7. (7)

    Zones of increased Mn fluxes along root axes without concurrent increase of labile P or other elements were almost consistently observed for W grown on the calcareous soil, being more pronounced with NH4+ as compared to NO3 fertilization. Similar, but less developed zones of increased labile Mn without increase of other element fluxes also occurred in 3 DGT image datasets of B grown on either soil. Increased Mn fluxes in the absence of the mobilization of other elements were consistently associated with rhizosphere acidification.

     
  8. (8)

    Zones of concomitantly increased Mn and P fluxes along root axes were identified only for B on the calcareous soil, two times each in the NH4+ and NO3 treatments, respectively. Again, this was consistently associated with rhizosphere acidification.

     
  9. (9)

    Zones of strongly decreased labile P along root axes with concurrent increase of labile P at the root apex were consistently found in the preliminary experiment, independent of the soil and plant treatment, but were limited to NH4+-fertilized B grown on the calcareous soil in the main experiment. The observations were not related to any particular pattern of pH change in the rhizosphere.

     
  10. (10)

    Decreased Mn fluxes in the rhizosphere were observed only in one DGT image dataset on the calcareous soil planted with L in the preliminary experiment.

     
In the following, some of the described patterns are exemplified in the chemical images shown in Figs. 3, 4 and 5 and Fig. S3 (Supporting Information). Figures 3a, b show root segments of NO3-fertilized W grown in calcareous (3a, corresponding to W8 in Fig. 2) and carbonate-free soil (3b, W6 in Fig. 2), clearly demonstrating the general pattern of opposite direction of pH change in the two experimental soils, with acidification in the presence of carbonates and high soil pH (pH >7-8) versus alkalization in the moderately acidic (~pH 5-6), carbonate-free soil. The rhizosphere acidification in the calcareous soil is associated with decreased labile P not clearly extending beyond the root diameter, and increased Mn fluxes along the W root axis. Alkalization in the non-calcareous soil is accompanied by decreased fluxes of P, Al and Fe, the latter two not clearly extending beyond the root diameter.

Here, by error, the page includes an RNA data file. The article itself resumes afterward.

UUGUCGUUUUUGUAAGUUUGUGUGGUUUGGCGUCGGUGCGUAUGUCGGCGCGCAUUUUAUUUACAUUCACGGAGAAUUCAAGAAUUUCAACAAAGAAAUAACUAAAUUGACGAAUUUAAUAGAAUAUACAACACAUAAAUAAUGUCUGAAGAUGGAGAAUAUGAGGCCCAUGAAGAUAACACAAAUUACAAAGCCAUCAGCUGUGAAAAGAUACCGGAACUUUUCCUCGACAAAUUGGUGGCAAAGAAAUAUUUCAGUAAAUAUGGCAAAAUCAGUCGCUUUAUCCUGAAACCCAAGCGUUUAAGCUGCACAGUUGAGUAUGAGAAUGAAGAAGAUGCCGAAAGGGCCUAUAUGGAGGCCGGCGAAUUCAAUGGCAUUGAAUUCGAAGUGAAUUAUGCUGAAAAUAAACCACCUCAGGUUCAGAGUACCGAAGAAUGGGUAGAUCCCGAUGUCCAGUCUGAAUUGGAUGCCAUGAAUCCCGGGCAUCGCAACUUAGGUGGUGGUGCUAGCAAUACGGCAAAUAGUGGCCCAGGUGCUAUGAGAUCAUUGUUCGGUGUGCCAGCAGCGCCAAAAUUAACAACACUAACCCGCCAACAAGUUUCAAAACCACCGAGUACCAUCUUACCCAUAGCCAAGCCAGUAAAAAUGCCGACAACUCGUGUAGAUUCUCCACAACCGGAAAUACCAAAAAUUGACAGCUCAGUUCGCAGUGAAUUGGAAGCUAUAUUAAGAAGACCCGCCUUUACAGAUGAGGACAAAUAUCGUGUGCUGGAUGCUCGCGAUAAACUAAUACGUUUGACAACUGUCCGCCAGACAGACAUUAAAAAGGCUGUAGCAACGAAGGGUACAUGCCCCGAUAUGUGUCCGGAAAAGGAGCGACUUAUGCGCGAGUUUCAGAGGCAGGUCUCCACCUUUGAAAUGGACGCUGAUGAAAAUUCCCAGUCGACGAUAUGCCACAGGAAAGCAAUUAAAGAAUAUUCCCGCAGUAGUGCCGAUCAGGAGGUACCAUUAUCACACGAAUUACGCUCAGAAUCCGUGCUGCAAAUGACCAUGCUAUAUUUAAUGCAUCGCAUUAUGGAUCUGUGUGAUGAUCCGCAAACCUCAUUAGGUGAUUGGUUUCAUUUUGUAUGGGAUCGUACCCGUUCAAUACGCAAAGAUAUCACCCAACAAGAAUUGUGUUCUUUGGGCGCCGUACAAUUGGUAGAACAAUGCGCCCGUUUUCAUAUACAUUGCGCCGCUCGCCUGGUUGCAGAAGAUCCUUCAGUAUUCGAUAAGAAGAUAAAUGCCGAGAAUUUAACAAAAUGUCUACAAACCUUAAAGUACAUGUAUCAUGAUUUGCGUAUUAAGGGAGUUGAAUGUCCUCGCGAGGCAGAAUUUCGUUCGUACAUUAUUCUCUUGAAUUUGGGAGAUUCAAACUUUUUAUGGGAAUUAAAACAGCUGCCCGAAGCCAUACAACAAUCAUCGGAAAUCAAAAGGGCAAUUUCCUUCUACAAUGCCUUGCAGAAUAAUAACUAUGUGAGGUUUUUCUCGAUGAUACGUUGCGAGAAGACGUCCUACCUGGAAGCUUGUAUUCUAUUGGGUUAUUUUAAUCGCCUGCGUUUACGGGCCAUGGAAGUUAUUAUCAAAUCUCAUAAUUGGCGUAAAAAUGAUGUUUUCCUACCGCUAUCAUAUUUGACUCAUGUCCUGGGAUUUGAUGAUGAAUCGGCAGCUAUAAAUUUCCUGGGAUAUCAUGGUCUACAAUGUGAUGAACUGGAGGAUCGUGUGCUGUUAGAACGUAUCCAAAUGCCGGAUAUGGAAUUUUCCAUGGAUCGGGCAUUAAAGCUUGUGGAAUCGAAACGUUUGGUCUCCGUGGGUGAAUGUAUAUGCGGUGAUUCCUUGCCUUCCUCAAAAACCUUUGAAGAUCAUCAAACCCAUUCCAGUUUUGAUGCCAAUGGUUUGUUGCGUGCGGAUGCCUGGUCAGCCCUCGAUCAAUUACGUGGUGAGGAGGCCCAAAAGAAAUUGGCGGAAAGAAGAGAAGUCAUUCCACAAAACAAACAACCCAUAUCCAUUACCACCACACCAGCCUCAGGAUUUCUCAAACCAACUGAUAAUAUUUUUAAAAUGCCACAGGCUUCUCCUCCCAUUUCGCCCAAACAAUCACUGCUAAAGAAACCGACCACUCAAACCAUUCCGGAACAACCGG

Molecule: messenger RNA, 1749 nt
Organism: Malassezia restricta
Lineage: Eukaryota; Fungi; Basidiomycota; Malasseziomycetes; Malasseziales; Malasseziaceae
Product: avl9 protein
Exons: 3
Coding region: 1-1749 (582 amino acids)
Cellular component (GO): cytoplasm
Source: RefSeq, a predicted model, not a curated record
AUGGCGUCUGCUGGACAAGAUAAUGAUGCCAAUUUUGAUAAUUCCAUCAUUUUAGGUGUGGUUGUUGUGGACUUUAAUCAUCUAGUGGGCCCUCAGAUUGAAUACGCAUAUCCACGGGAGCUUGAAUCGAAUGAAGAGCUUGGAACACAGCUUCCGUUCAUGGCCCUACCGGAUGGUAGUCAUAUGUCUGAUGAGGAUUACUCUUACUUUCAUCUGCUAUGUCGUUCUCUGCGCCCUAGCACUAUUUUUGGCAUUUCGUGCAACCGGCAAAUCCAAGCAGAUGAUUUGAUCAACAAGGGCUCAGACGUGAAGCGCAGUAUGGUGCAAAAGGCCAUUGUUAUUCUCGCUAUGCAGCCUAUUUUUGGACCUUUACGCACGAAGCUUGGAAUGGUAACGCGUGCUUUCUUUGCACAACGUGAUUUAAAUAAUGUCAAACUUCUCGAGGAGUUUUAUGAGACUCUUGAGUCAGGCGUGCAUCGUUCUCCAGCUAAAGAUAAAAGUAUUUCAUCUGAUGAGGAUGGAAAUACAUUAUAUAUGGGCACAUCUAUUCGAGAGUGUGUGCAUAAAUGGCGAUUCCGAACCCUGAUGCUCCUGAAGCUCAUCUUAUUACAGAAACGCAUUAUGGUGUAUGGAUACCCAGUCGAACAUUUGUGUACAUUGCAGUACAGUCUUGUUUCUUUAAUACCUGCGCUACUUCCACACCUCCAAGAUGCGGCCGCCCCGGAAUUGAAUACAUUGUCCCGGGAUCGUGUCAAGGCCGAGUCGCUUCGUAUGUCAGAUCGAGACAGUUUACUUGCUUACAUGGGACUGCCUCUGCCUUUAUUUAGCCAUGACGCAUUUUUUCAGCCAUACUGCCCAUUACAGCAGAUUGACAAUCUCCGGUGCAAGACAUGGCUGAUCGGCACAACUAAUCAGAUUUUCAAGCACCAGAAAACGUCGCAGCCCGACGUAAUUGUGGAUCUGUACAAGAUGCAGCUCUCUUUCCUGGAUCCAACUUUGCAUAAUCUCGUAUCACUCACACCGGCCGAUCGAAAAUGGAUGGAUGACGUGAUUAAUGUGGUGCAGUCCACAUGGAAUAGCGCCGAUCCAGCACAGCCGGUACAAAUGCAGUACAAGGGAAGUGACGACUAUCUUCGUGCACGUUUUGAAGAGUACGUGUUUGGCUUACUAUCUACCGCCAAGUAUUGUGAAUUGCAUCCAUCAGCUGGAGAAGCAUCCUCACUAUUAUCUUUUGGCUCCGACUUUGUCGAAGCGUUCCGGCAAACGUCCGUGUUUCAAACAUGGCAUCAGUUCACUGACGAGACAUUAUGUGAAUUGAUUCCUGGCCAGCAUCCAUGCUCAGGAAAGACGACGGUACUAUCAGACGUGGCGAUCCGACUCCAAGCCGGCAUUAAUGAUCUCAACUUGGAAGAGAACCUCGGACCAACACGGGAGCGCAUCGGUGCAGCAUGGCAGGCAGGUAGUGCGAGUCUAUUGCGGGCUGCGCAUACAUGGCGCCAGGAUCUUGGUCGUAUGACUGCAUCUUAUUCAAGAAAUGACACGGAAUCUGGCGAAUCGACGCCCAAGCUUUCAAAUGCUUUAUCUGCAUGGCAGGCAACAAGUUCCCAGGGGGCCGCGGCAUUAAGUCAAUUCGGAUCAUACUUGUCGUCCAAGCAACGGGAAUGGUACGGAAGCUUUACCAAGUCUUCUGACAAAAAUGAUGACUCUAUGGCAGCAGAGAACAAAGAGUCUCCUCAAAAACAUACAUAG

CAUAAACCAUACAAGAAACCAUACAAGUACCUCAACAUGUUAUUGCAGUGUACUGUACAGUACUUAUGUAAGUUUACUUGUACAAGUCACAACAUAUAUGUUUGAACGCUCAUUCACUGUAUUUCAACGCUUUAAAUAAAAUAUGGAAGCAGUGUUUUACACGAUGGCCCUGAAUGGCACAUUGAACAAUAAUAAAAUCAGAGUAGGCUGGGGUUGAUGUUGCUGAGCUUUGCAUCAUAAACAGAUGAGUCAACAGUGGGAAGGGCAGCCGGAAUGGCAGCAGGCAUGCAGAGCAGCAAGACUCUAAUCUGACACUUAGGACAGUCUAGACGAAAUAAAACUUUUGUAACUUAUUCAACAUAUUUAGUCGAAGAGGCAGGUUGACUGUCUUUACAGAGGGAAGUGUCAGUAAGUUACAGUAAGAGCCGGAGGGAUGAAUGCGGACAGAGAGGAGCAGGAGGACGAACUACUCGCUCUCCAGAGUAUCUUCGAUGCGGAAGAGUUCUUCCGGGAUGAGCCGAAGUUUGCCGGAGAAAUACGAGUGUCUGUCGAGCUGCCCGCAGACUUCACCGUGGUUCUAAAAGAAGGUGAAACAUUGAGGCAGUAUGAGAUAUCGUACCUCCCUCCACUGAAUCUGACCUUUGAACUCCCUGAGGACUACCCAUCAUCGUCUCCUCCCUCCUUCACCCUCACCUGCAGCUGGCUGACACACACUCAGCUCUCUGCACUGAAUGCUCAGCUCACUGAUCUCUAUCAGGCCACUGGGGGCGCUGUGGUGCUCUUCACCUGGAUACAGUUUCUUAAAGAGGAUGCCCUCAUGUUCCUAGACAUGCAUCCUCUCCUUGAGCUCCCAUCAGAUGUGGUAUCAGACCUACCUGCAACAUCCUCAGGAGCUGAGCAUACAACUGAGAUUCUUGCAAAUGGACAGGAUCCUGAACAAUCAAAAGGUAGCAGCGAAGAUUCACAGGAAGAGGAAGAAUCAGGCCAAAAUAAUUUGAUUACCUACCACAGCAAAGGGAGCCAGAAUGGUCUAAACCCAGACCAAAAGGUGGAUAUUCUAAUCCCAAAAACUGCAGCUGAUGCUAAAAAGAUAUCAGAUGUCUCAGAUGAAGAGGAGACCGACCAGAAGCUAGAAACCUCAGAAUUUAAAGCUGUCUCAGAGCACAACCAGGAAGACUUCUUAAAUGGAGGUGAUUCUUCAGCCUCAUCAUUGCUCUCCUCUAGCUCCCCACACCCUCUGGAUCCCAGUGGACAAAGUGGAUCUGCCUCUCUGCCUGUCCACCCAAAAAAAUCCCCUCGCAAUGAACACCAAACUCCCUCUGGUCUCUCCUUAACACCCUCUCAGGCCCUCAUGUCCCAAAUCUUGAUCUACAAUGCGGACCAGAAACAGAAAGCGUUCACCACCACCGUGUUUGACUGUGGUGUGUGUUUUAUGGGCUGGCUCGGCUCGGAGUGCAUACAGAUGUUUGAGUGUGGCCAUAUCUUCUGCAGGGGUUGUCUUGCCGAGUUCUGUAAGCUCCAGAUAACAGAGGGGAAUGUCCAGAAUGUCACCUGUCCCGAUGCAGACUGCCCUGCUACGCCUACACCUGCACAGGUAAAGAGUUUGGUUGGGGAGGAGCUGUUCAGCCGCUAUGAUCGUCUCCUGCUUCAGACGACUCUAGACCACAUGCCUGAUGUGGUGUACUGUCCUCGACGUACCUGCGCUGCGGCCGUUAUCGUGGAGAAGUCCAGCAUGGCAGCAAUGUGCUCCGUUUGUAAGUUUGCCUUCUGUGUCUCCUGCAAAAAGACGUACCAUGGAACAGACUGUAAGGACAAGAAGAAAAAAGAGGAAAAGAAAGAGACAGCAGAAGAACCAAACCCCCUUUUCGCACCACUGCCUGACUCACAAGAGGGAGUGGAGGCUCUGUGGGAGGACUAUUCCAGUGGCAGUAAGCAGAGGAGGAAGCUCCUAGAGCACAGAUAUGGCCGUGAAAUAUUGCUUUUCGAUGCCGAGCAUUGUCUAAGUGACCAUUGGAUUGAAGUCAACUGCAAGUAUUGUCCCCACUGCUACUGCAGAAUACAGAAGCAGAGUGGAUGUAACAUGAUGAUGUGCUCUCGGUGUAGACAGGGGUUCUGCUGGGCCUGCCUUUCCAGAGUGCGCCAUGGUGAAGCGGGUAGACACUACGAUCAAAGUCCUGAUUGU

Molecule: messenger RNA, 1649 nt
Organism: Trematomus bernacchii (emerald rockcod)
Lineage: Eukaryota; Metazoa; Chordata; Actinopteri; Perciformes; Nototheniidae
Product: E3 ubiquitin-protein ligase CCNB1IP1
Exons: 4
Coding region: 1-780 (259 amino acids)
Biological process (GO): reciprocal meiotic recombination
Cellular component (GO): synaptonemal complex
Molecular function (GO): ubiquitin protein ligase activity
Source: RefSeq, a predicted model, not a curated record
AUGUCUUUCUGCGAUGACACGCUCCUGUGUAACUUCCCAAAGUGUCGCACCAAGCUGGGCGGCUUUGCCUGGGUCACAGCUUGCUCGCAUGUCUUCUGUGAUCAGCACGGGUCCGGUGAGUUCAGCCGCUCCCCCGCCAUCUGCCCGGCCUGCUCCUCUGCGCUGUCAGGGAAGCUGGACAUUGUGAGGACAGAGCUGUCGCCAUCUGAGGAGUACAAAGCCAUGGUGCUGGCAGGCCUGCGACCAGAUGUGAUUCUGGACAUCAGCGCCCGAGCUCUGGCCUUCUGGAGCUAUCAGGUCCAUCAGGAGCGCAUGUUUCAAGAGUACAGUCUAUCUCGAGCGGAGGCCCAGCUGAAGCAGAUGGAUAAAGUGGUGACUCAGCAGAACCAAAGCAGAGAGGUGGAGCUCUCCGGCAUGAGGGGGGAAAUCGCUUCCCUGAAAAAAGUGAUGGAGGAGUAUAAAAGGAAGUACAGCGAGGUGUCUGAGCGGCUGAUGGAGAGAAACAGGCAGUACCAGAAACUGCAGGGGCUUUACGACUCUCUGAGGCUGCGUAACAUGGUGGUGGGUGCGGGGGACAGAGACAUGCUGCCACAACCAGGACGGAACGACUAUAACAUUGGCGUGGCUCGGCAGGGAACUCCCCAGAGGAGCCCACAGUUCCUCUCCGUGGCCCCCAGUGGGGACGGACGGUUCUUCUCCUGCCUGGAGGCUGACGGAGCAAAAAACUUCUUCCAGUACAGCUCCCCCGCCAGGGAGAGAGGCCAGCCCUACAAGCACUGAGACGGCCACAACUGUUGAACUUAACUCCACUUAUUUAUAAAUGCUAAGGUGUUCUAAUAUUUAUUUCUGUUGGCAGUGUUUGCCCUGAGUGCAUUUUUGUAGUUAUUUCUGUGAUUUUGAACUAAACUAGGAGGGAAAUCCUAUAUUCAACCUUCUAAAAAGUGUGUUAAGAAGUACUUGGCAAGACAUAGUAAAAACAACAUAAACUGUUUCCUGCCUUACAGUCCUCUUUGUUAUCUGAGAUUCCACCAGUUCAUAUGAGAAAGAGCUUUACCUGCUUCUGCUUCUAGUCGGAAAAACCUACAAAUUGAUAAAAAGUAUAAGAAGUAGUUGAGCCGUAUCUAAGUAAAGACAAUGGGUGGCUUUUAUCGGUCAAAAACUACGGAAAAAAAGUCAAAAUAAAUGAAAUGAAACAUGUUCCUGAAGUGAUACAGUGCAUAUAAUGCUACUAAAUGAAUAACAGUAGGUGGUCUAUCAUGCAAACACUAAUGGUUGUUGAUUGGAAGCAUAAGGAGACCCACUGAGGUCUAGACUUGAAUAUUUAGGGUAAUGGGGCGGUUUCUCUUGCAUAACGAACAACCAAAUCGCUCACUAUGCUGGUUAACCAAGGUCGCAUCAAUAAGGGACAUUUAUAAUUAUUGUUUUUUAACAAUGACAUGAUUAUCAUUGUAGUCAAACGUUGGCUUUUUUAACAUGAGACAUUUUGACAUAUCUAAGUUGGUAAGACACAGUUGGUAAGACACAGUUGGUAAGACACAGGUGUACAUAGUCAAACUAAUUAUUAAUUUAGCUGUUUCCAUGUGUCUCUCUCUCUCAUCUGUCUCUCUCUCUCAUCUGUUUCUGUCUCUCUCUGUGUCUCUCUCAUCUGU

Fig. 3

Characteristic patterns of labile element fluxes and pH in the rhizosphere. (a) Wheat grown on calcareous soil with NO3 fertilization, (b) wheat grown on non-calcareous soil with NO3 fertilization. Each image set contains a photograph of the root with arrows indicating root growth between the application times of the PO and DGT. Scale bars represent 1 cm; the smaller scale bar in pane (a) corresponds to the photo and the pH image, the larger one to the element images. The imaging areas for the PO are indicated with dotted lines in the photos, the imaging areas for DGT are indicated with dashed lines. Profiles show pH and elemental flux (pg cm−2 s−1). The long, rectangular boxes in the chemical images indicate the area used to calculate the profile plots by vertically averaging the single-pixel DGT fluxes. PO images were noise corrected (black pixels represent image noise where no pH-value could be assigned)

Fig. 4

Characteristic patterns of labile element fluxes and pH in the rhizosphere. (a) Buckwheat grown on calcareous soil with NH4 fertilization, (b) buckwheat grown on non-calcareous soil with NH4NO3 fertilization. Scale bars represent 1 cm. In each pane, individual scale bars correspond to the photo and the pH image, and to the two different DGT images. The imaging areas for the PO are indicated with dotted lines in the photos, the imaging areas for DGT are indicated with dashed lines. Profiles show pH and elemental flux (pg cm−2 s−1). The long, rectangular boxes in the chemical images indicate the area used to calculate the profile plots by vertically averaging the single-pixel DGT fluxes. PO images were noise corrected (black pixels represent image noise where no pH-value could be assigned)